Working Group on Gender Equity in Sport of the Minister of Science and Sport

Overview

Why a Working Group on Gender Equity in Sport?

Canadians should all have the opportunities to get involved and excel in sport, regardless of gender, age, and ability. They should be able to do so in an environment free of discrimination or harassment.

In Budget 2018, the Government of Canada announced a target to achieve gender equity in sport at every level by 2035. This included an initial commitment of $30 million over three years to support data and research into innovative practices to promote women and girls’ participation in sport, and to support national sports organizations in promoting greater inclusion of women and girls in all facets of sport.

The Minister of Science and Sport has convened a Working Group on Gender Equity in Sport to gather the experiences, perspectives and insights of 12 champions for gender equity in sport and to provide a range of views and advice on strategies to better understand and serve the specific needs of women and girls in sport.

The members of the Working Group will exchange knowledge and experience on women and girls participation in sport through:

Reviewing existing research and data to determine the current status of participation in sport by Canadian women and girls;

  • Sharing personal experiences in sport;
  • Discussing the needs, challenges and barriers faced by women and girls;
  • Discussing trends and issues that may be impacting participation;
  • Highlighting existing opportunities for success;
  • Proposing ideas, approaches and strategies to eliminate barriers and increase participation; and,
  • Identifying and discussing research and data gaps.

A representative working group

The members of the Working Group on Gender Equity in Sport were selected to reflect all facets of the Canadian sport landscape.

The selected individuals represent a wide variety of experiences as sport leaders, media, academics, coaches, and athletes.

Important consideration was also given to diversity, as well as gender, official languages, ethno-cultural backgrounds, age groups, and geographic location to ensure a fair representation of the Canadian population.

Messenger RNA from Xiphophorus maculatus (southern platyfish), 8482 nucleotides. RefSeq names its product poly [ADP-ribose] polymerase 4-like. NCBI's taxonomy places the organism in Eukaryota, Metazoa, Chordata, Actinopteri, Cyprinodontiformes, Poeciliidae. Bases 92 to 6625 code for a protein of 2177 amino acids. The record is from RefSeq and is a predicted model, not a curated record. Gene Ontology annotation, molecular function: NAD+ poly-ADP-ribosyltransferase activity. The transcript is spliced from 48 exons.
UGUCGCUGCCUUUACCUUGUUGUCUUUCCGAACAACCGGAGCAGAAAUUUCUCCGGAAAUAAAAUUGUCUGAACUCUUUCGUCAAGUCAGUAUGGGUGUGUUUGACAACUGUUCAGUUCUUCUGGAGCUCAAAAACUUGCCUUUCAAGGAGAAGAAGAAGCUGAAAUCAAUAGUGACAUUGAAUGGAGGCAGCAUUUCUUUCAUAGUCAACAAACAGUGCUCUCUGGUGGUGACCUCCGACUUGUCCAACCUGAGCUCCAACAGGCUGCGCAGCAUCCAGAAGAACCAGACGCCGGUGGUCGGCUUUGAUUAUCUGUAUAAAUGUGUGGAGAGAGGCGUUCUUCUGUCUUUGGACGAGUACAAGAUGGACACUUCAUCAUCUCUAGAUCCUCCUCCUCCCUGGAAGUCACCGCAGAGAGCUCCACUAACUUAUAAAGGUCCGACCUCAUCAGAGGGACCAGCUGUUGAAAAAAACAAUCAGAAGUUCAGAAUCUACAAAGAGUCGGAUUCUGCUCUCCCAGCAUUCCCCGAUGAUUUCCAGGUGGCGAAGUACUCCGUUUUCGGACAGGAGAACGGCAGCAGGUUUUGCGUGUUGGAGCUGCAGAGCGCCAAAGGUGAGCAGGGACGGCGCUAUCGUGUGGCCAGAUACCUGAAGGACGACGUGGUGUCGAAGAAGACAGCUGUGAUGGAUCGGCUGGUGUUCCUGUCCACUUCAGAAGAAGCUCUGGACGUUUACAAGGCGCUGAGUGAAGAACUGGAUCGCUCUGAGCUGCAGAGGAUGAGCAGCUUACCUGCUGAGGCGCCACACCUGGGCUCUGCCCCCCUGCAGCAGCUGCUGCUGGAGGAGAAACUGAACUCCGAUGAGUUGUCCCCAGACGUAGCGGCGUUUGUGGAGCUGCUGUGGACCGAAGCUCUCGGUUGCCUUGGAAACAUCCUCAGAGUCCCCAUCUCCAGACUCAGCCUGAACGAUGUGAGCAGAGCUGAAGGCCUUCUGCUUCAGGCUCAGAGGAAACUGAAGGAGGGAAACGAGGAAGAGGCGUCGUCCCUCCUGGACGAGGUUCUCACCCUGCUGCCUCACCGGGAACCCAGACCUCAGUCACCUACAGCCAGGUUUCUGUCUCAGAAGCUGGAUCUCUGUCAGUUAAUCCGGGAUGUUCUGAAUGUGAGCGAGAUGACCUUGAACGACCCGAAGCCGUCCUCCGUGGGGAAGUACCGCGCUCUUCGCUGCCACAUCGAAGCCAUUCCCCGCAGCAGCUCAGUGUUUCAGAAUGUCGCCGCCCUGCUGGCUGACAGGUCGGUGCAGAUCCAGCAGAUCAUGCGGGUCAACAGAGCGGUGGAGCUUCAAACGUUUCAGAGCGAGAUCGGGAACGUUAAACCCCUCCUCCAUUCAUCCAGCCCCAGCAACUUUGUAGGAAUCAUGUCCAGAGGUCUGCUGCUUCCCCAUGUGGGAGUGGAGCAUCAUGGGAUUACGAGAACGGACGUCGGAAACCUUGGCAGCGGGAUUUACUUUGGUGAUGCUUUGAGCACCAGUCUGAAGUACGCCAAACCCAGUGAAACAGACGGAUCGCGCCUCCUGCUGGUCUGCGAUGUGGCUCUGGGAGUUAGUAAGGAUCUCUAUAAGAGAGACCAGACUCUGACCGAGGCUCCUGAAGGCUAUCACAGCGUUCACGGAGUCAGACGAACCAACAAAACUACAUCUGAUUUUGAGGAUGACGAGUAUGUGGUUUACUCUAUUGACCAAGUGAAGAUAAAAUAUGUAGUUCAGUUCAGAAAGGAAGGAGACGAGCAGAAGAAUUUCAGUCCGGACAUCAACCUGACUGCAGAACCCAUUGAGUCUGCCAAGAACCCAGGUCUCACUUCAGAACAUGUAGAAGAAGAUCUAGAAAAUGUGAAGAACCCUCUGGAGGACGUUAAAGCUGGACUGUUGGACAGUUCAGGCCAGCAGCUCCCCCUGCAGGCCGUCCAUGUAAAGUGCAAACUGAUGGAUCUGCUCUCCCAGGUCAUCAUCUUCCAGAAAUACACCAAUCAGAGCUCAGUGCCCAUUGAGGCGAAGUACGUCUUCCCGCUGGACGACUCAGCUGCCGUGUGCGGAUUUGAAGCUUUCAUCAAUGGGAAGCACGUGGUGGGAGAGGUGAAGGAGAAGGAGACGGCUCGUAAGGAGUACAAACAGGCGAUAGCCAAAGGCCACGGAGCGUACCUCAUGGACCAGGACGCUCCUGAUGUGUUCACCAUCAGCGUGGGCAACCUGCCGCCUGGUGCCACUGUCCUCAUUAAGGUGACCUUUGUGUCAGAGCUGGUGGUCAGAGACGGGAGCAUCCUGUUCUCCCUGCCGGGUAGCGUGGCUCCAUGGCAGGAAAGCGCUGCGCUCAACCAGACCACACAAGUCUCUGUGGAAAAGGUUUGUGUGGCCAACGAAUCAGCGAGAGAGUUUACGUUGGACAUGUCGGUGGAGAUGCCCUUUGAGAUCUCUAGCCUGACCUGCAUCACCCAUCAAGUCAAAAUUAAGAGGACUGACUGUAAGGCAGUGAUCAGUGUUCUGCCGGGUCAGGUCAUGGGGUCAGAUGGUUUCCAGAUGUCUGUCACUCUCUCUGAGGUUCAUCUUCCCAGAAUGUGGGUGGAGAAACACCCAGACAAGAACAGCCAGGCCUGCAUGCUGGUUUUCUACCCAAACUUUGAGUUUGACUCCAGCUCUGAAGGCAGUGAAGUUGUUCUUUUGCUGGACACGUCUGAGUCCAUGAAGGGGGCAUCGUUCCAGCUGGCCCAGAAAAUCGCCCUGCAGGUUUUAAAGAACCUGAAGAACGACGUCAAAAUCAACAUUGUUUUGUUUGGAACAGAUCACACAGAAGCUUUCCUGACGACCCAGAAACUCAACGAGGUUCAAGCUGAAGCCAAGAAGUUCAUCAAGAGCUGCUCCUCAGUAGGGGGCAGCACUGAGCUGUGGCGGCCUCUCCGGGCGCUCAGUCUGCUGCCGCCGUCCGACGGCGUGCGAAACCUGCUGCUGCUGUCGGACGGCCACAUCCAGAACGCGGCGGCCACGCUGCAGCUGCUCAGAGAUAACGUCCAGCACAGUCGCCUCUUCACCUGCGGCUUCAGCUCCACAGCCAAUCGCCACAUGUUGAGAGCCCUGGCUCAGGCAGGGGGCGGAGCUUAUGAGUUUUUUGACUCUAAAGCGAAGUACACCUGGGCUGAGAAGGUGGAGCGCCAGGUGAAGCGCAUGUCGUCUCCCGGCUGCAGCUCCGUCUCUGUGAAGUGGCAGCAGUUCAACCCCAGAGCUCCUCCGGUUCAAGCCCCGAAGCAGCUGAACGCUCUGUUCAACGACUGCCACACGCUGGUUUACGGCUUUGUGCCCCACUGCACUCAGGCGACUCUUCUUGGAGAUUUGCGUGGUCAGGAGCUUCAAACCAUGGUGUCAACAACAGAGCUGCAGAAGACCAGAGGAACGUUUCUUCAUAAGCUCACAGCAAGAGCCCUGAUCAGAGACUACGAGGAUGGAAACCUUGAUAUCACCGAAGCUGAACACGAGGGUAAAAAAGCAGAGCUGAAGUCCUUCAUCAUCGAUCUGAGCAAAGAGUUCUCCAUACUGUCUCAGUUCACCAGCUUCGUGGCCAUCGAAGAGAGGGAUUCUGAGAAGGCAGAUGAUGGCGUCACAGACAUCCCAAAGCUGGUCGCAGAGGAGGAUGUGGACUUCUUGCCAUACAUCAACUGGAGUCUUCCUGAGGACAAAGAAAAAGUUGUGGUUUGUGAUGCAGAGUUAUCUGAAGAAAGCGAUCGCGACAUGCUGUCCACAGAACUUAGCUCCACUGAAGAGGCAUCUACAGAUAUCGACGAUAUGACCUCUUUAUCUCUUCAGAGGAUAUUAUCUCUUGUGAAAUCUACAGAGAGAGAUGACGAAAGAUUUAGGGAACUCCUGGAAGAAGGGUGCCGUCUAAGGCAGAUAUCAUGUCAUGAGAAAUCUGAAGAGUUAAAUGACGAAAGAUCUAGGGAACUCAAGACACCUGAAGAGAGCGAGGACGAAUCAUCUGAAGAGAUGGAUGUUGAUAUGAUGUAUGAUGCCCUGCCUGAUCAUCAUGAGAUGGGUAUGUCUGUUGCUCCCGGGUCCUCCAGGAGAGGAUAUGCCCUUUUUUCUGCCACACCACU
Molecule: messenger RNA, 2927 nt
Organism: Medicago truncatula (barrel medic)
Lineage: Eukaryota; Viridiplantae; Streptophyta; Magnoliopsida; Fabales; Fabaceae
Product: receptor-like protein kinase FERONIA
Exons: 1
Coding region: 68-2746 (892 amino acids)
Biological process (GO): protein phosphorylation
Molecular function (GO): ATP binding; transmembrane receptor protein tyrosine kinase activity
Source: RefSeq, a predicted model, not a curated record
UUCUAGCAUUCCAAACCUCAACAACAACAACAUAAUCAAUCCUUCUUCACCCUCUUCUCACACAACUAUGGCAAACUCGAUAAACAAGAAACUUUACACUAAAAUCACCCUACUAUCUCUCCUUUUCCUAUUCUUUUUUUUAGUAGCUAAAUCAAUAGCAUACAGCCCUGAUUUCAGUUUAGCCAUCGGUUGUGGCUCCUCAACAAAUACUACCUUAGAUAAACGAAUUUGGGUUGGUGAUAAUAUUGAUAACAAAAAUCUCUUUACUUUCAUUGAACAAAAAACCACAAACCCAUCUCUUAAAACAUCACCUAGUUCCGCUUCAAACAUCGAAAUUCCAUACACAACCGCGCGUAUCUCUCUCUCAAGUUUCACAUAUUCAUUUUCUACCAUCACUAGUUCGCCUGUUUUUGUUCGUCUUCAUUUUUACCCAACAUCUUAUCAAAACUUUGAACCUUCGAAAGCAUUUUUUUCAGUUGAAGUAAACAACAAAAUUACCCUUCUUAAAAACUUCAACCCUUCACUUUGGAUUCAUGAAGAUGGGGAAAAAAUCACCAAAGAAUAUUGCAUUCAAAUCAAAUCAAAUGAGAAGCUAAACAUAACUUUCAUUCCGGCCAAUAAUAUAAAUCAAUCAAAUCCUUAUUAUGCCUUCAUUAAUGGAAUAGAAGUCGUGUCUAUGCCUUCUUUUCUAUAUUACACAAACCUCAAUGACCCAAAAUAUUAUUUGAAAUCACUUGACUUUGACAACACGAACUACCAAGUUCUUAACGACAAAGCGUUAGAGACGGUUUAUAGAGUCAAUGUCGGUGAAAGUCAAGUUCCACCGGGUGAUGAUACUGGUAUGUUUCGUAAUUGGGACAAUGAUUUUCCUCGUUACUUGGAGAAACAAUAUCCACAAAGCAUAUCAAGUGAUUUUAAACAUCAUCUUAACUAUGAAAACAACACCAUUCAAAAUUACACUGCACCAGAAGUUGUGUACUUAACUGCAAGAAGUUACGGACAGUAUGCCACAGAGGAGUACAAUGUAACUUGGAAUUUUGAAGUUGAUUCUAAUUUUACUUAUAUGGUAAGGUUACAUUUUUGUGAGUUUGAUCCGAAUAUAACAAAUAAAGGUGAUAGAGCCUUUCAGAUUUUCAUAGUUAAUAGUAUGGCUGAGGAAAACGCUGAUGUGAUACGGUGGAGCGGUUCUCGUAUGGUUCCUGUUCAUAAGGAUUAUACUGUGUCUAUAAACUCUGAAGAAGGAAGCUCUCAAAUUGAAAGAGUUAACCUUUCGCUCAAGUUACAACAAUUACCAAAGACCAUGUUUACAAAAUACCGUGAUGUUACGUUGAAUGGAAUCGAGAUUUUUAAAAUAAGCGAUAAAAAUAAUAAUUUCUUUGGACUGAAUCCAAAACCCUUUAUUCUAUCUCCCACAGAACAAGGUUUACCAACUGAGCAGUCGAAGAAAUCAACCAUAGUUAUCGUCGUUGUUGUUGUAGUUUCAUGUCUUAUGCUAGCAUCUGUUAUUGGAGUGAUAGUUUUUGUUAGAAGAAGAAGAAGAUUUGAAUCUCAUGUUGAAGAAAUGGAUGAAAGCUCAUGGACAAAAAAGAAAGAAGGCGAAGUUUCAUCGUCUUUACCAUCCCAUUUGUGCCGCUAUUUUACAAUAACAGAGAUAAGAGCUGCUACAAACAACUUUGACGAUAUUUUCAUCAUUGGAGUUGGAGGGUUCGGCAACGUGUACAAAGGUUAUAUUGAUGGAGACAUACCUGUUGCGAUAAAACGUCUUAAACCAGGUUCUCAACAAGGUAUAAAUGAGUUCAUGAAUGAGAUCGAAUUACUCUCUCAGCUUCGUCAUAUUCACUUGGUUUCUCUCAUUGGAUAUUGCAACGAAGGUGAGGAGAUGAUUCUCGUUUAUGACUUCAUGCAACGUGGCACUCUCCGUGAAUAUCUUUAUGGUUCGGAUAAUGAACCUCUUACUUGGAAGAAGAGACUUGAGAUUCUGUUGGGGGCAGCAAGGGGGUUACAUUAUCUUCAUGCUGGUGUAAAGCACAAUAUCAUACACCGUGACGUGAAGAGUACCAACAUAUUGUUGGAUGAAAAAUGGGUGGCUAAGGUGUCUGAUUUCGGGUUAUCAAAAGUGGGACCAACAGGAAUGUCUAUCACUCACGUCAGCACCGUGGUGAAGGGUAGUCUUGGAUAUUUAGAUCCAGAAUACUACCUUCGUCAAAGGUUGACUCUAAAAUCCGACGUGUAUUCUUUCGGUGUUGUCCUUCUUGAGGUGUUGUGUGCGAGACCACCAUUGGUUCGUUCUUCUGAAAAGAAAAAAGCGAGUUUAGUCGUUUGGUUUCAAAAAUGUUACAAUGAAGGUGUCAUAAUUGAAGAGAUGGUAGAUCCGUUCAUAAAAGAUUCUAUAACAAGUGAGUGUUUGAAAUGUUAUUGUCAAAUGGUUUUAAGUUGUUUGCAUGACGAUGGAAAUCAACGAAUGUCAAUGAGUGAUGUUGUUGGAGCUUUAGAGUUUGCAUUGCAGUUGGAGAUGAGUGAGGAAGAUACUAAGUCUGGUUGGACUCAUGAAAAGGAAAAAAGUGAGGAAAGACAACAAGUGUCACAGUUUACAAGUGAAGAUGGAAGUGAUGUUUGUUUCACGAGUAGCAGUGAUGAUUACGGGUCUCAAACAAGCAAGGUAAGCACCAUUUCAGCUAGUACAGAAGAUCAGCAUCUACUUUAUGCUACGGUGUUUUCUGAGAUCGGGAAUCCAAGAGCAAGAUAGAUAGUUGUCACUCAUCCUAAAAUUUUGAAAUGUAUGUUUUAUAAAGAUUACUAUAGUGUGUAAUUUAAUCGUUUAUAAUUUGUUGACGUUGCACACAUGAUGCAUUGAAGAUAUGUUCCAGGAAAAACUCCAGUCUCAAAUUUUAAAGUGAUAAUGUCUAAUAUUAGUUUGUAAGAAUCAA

Read the biographies of the members of the Working Group.

Status of women and girls in sport in Canada

The Minister of Science and Sport is responsible for promoting healthier Canadians through sport and recreation, and for ensuring that the Canadian sport system provides all Canadians the opportunity to get involved in sport at all levels – from playground to podium – and in all forms of participation.

Significant work has taken place in recent years to study the status of sport for women and girls. Over the last two decades, there has been progress as the Canadian sport landscape has changed considerably. There are more competitive opportunities for women and girls in more sports. Canadian female athletes are increasingly participating in high performance sport and regularly achieve success internationally.

However, the results of recent studies continue to demonstrate that more work is needed.

Women and girls participate in sport and recreation less than men and boys as athletes, coaches, and leaders in Canada across all demographic categories. There is even less evidence about the experiences of girls with disabilities, Indigenous girls, or girls from any other under-represented group.

The voices and stories of all women and girls, particularly those that do not currently participate in sport, need to be included. Additional work will be done to push and innovate in areas where change is most needed – sport program design, delivery, communication, and media.

Mandate

On this page:

Background

The mandate of the Minister of Science and Sport includes promoting healthier Canadians through sport and recreation and ensuring that the Canadian sport system provides all Canadians with the chance to get involved in sport at all levels – playground to podium – and in all forms of participation.

To support this objective, the Government is setting a target to achieve gender equity in sport at every level by 2035, and proposes to provide an initial $30 million over three years to support data and research and innovative practices to promote women and girls’ participation in sport, and provide support to national sports organizations to promote the greater inclusion of women and girls in all facets of sport.